The Open Parks Network was formed thanks to a collaboration between Clemson University and the National Park Service. They started working together on this project in 2010. The result is a wealth of information that genealogists may find useful.
Open Parks Network is an Institute of Museum and Library Services funded project that has resulted in over 350,000 cultural heritage objects and 1.5 million pages of gray literature housed in the libraries, museums, and archives of our nation’s parks, historic sites, and other protected areas. There are more than 20 national parks and other protected sites that are represented in this diverse collection. The collection also represents 2 state park system and 3 university libraries.
There are several collections that can be explored on the Open Parks Network website. The digital galleries include rare and unique material from the archives of national parks, historic sites, and battlefields. You can download 100,000 digitized photos that date back to the very beginning of our country’s national parks.
Collections include items from:
* Abraham Lincoln Birthplace National Historical Park
* Andersonville National Historic Sites
* Blue Ridge Parkway
* Cape Hatteras National Seashore
* Cape Lookout National Seashore
* Carl Sandburg Home National Historic Site
* Castillo de San Marcos National Monument
* Congaree National Park
* Fort Sumpter National Monument
* Great Smokey Mountains National Park
* Kings Mountain National Military Park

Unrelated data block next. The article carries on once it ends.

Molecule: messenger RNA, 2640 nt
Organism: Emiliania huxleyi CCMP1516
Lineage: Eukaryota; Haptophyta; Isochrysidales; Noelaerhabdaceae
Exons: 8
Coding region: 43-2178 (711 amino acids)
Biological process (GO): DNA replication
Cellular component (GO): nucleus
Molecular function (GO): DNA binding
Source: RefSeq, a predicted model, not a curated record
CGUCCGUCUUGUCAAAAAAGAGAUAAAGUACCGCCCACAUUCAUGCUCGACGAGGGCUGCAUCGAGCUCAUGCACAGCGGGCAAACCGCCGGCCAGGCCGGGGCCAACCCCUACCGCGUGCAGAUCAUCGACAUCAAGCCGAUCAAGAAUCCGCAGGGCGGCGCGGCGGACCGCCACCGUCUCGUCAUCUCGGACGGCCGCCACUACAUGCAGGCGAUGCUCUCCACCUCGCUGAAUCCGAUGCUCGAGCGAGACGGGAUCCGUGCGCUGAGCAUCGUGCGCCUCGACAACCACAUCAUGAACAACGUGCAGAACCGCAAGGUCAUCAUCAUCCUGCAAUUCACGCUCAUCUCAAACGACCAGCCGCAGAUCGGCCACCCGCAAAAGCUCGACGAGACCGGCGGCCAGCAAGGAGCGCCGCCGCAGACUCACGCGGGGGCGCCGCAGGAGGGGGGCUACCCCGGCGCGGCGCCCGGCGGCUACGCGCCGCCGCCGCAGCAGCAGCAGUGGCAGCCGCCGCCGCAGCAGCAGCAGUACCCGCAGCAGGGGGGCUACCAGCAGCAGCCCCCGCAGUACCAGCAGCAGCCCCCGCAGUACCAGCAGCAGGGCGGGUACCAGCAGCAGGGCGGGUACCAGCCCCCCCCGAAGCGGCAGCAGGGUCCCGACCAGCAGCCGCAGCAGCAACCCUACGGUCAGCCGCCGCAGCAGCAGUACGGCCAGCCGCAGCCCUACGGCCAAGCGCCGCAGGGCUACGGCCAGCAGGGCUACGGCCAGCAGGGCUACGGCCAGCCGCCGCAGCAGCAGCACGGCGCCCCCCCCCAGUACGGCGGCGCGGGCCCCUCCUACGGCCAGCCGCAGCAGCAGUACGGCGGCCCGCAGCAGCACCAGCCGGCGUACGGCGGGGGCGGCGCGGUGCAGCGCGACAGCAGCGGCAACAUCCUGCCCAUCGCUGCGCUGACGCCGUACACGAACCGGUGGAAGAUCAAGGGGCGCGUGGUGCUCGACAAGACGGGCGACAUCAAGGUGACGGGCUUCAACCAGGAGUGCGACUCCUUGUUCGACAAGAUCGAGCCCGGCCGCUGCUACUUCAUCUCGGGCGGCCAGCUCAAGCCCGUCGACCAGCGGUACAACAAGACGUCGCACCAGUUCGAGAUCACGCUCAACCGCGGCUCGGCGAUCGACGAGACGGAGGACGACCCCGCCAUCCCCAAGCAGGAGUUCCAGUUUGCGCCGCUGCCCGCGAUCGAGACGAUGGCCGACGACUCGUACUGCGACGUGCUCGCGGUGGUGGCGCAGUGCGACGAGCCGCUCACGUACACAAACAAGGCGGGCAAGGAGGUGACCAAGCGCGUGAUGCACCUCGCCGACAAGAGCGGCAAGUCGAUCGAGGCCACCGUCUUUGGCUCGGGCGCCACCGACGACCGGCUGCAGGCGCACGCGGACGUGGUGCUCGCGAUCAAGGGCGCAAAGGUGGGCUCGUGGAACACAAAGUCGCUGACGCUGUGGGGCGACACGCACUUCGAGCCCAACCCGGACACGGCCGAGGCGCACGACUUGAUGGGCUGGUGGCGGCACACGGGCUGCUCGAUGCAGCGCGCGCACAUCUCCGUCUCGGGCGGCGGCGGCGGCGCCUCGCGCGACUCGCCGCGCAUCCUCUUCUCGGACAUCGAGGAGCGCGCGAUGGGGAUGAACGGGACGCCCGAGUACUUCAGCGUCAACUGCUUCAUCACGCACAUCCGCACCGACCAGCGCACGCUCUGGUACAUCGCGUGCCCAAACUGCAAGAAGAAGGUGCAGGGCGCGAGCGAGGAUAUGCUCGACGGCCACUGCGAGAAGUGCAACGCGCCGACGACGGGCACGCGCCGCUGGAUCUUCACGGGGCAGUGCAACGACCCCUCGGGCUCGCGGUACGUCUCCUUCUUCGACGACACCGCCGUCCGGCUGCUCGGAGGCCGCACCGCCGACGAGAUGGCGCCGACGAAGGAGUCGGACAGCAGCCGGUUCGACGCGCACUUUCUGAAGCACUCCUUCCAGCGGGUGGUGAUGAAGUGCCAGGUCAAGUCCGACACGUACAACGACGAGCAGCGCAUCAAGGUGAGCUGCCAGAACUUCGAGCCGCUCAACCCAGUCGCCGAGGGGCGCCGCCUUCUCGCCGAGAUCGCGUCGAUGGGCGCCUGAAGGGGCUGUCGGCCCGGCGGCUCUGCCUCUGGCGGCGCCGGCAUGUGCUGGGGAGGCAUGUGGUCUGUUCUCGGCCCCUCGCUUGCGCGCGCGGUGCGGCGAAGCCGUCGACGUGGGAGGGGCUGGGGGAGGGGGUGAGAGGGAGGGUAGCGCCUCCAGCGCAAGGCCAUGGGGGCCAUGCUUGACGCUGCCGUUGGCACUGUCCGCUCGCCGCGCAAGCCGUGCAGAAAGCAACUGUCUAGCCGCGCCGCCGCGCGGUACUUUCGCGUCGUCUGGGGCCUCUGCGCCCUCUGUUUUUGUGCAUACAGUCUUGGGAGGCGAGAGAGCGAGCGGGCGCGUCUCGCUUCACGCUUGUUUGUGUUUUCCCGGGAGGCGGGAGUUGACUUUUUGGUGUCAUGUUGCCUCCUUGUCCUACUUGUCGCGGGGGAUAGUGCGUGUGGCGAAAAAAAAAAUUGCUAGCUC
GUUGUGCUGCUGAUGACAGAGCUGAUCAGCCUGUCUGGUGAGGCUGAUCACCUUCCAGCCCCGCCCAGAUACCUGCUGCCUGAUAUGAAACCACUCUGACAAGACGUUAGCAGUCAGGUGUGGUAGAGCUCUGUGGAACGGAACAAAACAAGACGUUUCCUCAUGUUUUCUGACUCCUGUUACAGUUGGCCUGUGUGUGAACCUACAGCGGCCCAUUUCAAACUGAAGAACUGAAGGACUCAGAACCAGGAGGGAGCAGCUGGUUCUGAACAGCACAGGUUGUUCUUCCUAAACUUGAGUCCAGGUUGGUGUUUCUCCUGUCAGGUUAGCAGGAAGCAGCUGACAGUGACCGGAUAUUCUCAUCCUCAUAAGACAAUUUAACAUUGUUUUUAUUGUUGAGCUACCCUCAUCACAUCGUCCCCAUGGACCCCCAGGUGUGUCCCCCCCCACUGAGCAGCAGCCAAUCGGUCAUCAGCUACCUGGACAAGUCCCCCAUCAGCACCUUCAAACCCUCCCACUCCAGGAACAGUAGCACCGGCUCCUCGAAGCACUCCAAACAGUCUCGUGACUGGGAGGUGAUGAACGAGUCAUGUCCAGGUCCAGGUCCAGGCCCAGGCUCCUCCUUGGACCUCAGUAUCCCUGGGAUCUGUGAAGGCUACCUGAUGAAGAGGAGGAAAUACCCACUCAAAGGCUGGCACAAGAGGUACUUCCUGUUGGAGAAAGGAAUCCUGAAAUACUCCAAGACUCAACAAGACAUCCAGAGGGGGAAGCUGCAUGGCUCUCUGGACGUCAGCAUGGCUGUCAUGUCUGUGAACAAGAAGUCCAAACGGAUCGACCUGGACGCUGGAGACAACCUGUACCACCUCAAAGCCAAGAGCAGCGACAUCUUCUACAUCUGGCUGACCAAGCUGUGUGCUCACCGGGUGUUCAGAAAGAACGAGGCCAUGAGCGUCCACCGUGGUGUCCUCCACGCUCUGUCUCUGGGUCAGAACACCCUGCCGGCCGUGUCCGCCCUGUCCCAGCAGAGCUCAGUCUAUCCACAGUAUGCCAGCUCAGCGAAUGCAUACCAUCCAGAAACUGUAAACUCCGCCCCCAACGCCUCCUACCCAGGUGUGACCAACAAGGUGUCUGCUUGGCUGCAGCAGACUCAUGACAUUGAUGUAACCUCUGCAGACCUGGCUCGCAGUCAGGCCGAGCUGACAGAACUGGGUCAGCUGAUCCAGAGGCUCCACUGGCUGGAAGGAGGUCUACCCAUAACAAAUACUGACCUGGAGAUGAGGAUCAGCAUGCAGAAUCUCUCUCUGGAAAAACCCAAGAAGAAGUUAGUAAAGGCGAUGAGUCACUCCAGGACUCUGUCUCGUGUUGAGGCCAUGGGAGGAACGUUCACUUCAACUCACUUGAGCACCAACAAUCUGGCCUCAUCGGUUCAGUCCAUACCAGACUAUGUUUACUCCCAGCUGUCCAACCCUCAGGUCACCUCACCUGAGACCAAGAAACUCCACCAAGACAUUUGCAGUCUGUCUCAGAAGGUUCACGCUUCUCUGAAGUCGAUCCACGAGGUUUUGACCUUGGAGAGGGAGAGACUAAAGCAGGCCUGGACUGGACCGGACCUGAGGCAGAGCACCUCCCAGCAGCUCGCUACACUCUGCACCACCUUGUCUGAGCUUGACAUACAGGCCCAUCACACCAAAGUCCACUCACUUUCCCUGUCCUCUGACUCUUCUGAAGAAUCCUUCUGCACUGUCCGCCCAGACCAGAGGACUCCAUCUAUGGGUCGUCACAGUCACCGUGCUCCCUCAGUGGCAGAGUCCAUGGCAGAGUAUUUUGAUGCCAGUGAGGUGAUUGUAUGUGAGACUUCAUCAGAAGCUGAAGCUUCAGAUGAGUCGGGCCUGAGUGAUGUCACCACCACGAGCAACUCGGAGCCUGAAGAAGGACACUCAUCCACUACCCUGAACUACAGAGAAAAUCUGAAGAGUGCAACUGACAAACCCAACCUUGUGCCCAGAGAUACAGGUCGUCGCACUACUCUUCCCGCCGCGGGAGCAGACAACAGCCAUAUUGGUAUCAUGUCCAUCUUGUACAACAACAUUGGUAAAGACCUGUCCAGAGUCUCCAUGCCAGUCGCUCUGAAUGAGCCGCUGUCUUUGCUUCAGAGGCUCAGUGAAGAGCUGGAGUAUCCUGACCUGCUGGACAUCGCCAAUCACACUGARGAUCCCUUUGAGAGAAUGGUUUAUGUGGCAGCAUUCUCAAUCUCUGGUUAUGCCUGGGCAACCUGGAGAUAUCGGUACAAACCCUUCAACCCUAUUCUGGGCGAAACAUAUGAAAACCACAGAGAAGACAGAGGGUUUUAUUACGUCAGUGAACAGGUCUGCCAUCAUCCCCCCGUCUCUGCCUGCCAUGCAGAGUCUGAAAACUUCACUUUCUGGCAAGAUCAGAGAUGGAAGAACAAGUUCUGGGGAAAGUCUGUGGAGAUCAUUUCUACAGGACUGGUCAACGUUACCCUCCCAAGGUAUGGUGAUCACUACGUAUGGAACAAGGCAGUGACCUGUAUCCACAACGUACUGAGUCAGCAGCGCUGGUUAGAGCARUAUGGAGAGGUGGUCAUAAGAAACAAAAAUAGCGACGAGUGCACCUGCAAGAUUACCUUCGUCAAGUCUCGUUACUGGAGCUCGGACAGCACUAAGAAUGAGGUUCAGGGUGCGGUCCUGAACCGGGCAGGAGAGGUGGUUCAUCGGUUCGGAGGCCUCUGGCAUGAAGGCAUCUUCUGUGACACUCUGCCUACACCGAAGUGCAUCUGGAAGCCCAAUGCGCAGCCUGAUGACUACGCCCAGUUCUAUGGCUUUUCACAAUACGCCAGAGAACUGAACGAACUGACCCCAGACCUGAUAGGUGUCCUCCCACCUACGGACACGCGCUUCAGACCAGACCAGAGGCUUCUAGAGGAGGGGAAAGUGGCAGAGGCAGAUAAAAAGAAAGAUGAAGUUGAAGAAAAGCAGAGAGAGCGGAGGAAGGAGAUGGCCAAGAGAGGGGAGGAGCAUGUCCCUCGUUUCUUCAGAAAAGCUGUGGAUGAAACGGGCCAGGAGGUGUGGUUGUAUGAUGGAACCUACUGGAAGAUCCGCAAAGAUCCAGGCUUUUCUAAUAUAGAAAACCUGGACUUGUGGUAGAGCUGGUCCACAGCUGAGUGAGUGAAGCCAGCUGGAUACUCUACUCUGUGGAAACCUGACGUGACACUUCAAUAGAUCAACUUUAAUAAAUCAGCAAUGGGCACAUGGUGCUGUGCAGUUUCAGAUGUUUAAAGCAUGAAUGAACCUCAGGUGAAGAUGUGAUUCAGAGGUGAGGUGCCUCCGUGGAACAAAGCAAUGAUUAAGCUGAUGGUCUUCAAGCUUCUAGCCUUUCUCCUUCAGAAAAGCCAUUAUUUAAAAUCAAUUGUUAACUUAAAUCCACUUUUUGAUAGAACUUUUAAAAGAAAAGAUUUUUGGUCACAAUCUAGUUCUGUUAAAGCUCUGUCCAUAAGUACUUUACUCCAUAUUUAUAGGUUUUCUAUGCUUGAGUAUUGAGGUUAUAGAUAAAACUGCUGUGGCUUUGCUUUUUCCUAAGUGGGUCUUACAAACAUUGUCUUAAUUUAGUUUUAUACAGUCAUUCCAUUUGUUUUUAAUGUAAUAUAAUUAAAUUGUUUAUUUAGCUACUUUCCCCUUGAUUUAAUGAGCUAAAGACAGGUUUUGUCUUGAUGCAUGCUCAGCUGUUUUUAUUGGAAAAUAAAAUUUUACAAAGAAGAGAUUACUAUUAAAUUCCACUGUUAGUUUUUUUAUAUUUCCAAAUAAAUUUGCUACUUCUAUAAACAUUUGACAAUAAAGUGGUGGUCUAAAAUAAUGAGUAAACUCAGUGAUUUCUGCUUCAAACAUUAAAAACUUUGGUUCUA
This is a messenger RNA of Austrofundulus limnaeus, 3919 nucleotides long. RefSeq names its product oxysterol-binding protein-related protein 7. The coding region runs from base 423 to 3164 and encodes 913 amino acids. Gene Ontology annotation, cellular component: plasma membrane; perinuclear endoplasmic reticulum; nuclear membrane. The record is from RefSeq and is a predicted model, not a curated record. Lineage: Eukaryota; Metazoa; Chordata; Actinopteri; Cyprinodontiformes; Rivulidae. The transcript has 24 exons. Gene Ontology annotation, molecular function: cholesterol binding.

* Mammoth Cave National Park
* South Carolina State Parks
* Southeast Regional Park Office, NPS
* Timucuan Ecological and Historic Preserve
* Vicksburg National Military Park
* Yellowstone National Park
The materials that you see hosted in the Open Parks Network repository are from various national and state park systems in the United States. Some materials may have different copyright restrictions than others. Rights statements on the items in the Open Parks Network have been applied based on creators and source of materials.
Some of the materials are U.S. Government Works. That means the item was prepared by an officer or employee of the United States government as part of the person’s official duties. Those items are not subject to copyright in the United States. Those items have no copyright restrictions on reproduction, derivative works, distribution, performance, or display of the work.
If you want to use an item that has an unknown copyright, or a rights statement other than a Public Domain Mark, U.S. Government Work, or South Carolina Public Record, you might still be able to use it. The Open Parks Network asks that you contact them for permission to publish the items first.
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